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INFLATİON TARGETİNG

Inflation Targeting

By the time our magazine has been published Turkey will have a new monetary policy system. The Turkish Central Bank will move to an inflation targeting regime from 1 January 2006. Today, it is inc...

Son Güncelleme: 06.01.2006

By the time our magazine has been published Turkey will have a new monetary policy system. The Turkish Central Bank will move to an inflation targeting regime from 1 January 2006.

Today, it is increasingly accepted that the primary purpose of monetary policy should be to secure and maintain price stability. Inflation targeting can be briefly defined as a monetary policy which is designed to secure and maintain price stability by setting a specific target for inflation, or target parameters for inflation, for a set period and is announced to the public.

Inflation targeting was first used in New Zealand in 1990. The interest in this application first began to rise rapidly towards the end of the 1990s. When Turkey is included, the number of countries which today apply an inflation targeting system in their monetary programme stands at 23. If we count Finland and Spain, which applied this system for a time before joining the European Monetary Union (EMU) at the beginning 1999, then the number of countries which to date have applied an inflation targeting regime stands at 25.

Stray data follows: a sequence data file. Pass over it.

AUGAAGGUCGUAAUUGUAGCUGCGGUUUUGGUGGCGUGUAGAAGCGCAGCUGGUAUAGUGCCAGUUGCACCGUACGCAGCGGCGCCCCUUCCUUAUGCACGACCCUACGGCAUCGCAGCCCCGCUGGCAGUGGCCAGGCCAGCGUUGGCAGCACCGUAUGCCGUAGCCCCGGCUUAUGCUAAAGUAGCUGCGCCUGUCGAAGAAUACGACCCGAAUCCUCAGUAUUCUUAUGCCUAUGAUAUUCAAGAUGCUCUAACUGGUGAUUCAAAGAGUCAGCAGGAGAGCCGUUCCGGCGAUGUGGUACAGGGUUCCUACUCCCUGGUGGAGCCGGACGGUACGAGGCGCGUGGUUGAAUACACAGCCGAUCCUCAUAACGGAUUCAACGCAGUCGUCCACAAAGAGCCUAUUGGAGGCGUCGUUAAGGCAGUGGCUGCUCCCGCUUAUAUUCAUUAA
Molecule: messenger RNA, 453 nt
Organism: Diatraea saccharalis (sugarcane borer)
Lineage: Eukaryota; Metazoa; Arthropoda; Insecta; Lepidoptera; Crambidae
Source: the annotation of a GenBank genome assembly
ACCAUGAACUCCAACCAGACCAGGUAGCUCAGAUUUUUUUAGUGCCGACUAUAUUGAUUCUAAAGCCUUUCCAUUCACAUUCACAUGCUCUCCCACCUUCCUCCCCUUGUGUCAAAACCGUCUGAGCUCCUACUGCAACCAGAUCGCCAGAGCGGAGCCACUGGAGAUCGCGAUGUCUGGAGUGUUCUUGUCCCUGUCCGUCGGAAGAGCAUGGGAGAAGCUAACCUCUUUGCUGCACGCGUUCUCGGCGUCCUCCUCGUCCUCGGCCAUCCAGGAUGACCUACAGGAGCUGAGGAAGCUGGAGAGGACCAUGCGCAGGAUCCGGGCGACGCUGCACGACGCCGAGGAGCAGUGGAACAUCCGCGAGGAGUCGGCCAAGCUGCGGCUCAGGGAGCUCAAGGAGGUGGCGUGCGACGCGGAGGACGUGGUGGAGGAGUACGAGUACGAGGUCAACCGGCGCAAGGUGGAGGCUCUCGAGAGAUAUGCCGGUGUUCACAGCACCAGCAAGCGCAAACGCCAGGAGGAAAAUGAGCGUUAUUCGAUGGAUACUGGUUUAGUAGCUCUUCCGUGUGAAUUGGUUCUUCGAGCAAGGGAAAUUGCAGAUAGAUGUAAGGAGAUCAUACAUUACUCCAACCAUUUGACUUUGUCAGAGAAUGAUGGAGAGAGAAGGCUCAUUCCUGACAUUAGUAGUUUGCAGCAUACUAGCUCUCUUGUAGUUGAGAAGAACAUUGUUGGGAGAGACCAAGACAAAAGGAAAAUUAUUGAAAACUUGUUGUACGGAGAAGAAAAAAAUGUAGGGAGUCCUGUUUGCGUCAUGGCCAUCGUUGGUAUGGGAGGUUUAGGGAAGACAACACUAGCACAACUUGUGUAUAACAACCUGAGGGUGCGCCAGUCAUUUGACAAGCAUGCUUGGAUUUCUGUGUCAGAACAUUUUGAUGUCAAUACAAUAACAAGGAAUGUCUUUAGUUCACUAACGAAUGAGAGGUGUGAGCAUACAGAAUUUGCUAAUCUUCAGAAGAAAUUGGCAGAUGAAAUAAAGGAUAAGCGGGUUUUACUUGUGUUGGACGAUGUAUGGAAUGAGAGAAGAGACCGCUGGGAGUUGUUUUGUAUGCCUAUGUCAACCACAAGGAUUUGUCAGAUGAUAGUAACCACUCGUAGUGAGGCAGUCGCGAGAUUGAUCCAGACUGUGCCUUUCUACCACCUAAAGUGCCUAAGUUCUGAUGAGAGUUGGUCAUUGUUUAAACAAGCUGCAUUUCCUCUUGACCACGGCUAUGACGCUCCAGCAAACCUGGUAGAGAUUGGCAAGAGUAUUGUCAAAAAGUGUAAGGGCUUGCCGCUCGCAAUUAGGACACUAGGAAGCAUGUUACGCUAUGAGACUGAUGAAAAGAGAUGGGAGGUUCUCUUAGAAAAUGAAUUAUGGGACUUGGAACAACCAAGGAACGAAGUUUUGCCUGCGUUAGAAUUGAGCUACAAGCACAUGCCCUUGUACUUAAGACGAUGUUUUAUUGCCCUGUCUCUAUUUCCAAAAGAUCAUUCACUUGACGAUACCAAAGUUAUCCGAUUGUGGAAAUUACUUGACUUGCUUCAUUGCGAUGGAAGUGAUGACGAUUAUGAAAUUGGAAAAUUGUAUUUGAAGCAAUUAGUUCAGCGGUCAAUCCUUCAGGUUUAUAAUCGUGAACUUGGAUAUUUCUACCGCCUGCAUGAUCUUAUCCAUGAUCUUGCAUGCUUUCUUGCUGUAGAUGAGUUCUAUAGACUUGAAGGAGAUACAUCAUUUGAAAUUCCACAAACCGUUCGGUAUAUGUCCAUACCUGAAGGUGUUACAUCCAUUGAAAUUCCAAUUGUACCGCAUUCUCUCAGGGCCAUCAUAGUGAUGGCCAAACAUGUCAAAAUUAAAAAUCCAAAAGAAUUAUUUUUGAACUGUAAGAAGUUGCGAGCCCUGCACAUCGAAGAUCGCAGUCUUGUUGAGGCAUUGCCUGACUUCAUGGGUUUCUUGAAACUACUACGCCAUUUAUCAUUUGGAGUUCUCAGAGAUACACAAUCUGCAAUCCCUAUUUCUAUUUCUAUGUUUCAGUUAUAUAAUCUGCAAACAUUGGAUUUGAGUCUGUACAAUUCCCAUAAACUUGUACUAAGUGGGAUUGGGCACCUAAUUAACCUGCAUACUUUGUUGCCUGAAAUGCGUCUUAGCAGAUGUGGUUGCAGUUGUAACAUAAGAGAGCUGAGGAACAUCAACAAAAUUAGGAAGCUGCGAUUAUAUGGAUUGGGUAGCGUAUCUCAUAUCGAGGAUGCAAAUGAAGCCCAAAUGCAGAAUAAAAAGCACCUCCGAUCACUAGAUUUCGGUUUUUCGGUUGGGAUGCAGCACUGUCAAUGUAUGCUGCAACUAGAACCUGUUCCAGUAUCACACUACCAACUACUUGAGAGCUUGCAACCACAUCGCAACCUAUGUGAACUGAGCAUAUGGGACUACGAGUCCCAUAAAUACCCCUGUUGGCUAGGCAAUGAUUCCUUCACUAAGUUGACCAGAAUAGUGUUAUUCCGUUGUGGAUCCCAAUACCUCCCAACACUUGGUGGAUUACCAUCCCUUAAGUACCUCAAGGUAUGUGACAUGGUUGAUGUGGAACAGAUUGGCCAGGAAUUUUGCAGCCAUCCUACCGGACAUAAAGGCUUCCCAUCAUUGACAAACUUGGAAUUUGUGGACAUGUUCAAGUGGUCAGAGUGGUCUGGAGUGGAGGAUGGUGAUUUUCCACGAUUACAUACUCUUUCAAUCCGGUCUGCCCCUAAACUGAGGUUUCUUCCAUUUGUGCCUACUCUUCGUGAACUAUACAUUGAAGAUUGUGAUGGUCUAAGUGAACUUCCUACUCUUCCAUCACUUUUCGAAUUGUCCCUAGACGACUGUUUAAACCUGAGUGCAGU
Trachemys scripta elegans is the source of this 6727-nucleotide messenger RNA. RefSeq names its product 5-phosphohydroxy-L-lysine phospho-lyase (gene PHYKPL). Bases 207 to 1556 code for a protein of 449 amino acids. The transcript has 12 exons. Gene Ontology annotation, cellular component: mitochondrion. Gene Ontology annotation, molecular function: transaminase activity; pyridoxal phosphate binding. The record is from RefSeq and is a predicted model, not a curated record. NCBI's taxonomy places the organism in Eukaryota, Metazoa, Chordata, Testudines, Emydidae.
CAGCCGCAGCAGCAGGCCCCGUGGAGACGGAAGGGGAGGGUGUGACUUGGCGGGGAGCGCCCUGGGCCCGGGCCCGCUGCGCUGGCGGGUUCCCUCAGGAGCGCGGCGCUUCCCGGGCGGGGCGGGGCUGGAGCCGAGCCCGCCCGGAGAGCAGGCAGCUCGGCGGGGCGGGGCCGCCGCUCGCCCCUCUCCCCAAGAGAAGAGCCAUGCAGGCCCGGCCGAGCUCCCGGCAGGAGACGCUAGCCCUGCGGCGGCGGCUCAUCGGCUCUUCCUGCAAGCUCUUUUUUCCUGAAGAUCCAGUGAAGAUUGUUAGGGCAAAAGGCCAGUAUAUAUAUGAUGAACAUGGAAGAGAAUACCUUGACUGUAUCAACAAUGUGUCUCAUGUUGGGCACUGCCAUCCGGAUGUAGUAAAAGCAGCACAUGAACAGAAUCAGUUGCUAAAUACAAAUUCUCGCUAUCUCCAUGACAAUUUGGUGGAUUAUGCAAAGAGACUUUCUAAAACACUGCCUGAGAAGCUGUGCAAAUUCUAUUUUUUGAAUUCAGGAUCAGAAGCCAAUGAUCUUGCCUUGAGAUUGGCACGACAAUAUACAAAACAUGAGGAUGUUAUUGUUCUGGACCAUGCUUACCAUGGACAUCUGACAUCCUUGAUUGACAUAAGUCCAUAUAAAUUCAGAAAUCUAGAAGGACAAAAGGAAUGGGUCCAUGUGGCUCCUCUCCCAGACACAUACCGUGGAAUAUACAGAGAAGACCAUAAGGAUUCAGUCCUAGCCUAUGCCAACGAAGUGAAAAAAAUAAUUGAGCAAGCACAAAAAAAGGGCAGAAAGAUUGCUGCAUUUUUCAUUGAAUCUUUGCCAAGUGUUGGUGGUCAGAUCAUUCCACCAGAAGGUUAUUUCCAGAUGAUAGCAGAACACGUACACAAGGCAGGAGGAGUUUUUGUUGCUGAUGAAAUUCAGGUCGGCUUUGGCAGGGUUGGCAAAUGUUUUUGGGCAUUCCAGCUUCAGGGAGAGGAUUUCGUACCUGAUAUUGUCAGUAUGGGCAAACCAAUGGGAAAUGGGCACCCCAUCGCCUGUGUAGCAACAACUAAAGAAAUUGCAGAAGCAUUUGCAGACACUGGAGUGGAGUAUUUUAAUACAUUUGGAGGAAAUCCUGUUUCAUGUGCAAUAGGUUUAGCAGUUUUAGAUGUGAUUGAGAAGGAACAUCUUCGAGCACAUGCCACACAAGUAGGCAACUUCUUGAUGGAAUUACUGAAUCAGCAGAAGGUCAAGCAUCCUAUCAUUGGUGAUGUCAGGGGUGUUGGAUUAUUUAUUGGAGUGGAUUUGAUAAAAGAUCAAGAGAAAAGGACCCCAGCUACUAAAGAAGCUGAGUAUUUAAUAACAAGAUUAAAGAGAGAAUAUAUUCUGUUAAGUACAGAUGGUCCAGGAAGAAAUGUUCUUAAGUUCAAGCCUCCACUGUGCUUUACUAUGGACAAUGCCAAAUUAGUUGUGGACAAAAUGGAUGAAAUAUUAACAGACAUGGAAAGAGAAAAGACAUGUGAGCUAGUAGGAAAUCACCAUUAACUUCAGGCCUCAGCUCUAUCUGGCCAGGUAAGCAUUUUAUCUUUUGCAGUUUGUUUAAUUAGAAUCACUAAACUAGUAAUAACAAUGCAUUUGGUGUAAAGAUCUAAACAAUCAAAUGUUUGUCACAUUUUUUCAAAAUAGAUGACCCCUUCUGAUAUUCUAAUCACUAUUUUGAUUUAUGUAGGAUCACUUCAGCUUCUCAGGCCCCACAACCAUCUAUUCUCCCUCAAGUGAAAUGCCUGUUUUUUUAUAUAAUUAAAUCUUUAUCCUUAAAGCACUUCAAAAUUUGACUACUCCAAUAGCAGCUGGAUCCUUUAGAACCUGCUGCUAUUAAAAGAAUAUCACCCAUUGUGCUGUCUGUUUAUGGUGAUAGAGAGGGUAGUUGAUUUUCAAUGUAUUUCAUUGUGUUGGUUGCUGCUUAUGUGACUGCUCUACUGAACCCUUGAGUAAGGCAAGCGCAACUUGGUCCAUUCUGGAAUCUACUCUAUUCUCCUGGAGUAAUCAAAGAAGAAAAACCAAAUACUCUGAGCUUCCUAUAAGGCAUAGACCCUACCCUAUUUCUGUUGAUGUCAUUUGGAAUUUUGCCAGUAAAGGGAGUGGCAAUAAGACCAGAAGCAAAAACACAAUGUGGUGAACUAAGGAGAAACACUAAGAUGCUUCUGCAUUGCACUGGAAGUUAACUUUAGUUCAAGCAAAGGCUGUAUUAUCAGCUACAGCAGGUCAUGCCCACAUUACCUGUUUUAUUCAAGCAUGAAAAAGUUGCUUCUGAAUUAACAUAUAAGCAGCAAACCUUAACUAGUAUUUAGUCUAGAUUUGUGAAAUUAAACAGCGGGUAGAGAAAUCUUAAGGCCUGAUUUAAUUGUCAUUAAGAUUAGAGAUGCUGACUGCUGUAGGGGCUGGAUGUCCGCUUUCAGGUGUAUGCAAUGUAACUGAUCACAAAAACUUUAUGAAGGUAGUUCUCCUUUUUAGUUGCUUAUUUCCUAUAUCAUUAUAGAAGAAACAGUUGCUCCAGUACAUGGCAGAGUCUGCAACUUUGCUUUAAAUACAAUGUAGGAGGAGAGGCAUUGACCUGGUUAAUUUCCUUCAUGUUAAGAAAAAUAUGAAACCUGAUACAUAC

Prerequisites for success
It is possible to list the prerequisites for success in inflation targeting and the situation in Turkey as regards these prerequisites as follows:

• The first prerequisite is that the Central Bank must be autonomous or at least that nobody interferes in its operations. The law that was promulgated in May 2001 made the Turkish Central Bank (TCB) autonomous. Over the last four years the TCB has used this power and has not complied with everything the government has said.

• The second prerequisite is a declaration that the primary duty of the Central Bank is to secure price stability. This prerequisite was established by the law of May 2001.